Jeanne Hamming


Product Details

  • File Size: 2012 KB
  • Print Length: 414 pages
  • Publisher: Algonquin Books; Updated and Expanded edition (April 22, 2008)
  • Publication Date: April 22, 2008
  • Sold by: Amazon Digital Services LLC
  • Language: English
  • ASIN: B0015DRPAY
  • Text-to-Speech: Enabled
  • X-Ray:
  • Word Wise: Enabled
  • Lending: Not Enabled
  • Enhanced Typesetting: Enabled
  • Amazon Best Sellers Rank: #49,238 Paid in Kindle Store (See Top 100 Paid in Kindle Store)
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Customer Reviews

Top Customer Reviews

Format: Paperback Verified Purchase
I liked the author's ideas, and his arguments, and agree wholeheartedly with his sentiment. I think he's a great person, and I'm glad this book brought this very important issue into the public discussion. However, he totally missed the root cause of the problem he is addressing, and thereby missed the answer to the dilemma. Children don't spend enough time in Nature because adults don't. If we want our children to value Nature and experience it, we must. They are just modeling our behavior. As a Nature educator, I have grown to be disgusted by the very prevalent attitude of middle class parents: "Can somebody please take my kids outside so they can appreciate Nature while I go do important things?" This book is an elaboration on that misguided and futile idea. The author seems to be trying to see beyond it, but he can't quite do it.

Nature deficit disorder is MORE prevalent in adults than in children, and we are passing the disease on to them by rearing them in a way that reflects our chosen values. It is something like parents who smoke and drink while telling their kids not to do the same. Not only is it an ineffective strategy, it is also a disingenuous one.
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Format: Paperback
Last Child in the Woods by Richard Louv is a timely book that needed to be written.

The author's point is that kids today are facing a nature deficit and that affects childhood obesity and even the potential for the next generation to appreciate the breadth of nature enough to want to preserve it. After all, if the local mall has an arboretum and that's all you know as nature, that's all you'll expect.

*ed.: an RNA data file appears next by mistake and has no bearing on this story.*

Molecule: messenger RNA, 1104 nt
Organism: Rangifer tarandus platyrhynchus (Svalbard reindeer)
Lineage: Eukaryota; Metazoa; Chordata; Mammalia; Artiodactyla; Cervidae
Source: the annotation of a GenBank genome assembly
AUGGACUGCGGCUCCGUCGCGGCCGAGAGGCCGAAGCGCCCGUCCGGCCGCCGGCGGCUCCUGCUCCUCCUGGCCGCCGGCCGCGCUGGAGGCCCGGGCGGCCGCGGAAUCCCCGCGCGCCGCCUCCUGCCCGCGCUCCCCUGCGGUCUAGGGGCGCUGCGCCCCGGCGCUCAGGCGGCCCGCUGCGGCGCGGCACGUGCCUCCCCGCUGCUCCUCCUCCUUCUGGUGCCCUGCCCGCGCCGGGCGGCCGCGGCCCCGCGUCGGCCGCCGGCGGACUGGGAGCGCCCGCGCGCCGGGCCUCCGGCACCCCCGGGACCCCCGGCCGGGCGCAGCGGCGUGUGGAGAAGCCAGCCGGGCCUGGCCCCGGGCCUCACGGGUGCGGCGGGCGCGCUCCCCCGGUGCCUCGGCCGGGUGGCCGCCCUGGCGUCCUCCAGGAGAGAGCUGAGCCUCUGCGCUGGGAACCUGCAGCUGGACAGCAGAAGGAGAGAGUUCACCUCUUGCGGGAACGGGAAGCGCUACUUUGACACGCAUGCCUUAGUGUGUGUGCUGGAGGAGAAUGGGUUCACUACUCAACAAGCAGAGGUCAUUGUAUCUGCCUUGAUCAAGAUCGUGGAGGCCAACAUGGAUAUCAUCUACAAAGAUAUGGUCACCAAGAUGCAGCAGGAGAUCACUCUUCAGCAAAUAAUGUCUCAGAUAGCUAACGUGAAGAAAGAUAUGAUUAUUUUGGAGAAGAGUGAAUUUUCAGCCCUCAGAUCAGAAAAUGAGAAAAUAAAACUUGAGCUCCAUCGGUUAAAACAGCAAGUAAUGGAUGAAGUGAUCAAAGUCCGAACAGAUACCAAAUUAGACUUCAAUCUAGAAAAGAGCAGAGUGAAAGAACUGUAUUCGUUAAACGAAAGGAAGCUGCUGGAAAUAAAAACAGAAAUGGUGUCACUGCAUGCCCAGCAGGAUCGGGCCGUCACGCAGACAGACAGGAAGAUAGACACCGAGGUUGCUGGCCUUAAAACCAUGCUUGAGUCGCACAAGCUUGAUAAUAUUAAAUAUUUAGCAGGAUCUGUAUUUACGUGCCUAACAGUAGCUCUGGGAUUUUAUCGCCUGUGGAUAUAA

The culprit is not news to anyone, nor to any parent with enough income to plug their kids into all manner of electronic gadgets. Videogames, TV, computers and the like have proved a powerful pull on today's children. The cost is a lack of simple play outdoors, exploring creeks, fields, rocks and trees (the author doesn't count organized sports as nature exploration and rightly so in my book). It is sad, but not surprising to ask any kids under age 16 or so if the know how to play "Kick the Can." Hardly any do, and even fewer have played.

Louv offers a lot of data to back up the negative effects of this nature deficiency and some prescriptions to turn it around. While reestablishing phys ed in school will help, the answer is simple: parents, unplug your kids and kick them outside.

Having said this, I felt the author could have made his points and supported them in a long magazine article. There really wasn't enough for a full book and Louv gets repetitive and even inserts lists of ways to address the problem. I found myself scanning some sections later in the book because the points in those pages had been made before or the prescriptions he was offering were simplistic and I didn't feel worthy of the full play he gave to some.

That being said, important argument and point, I just wish I would have read this in about forty pages in a periodical.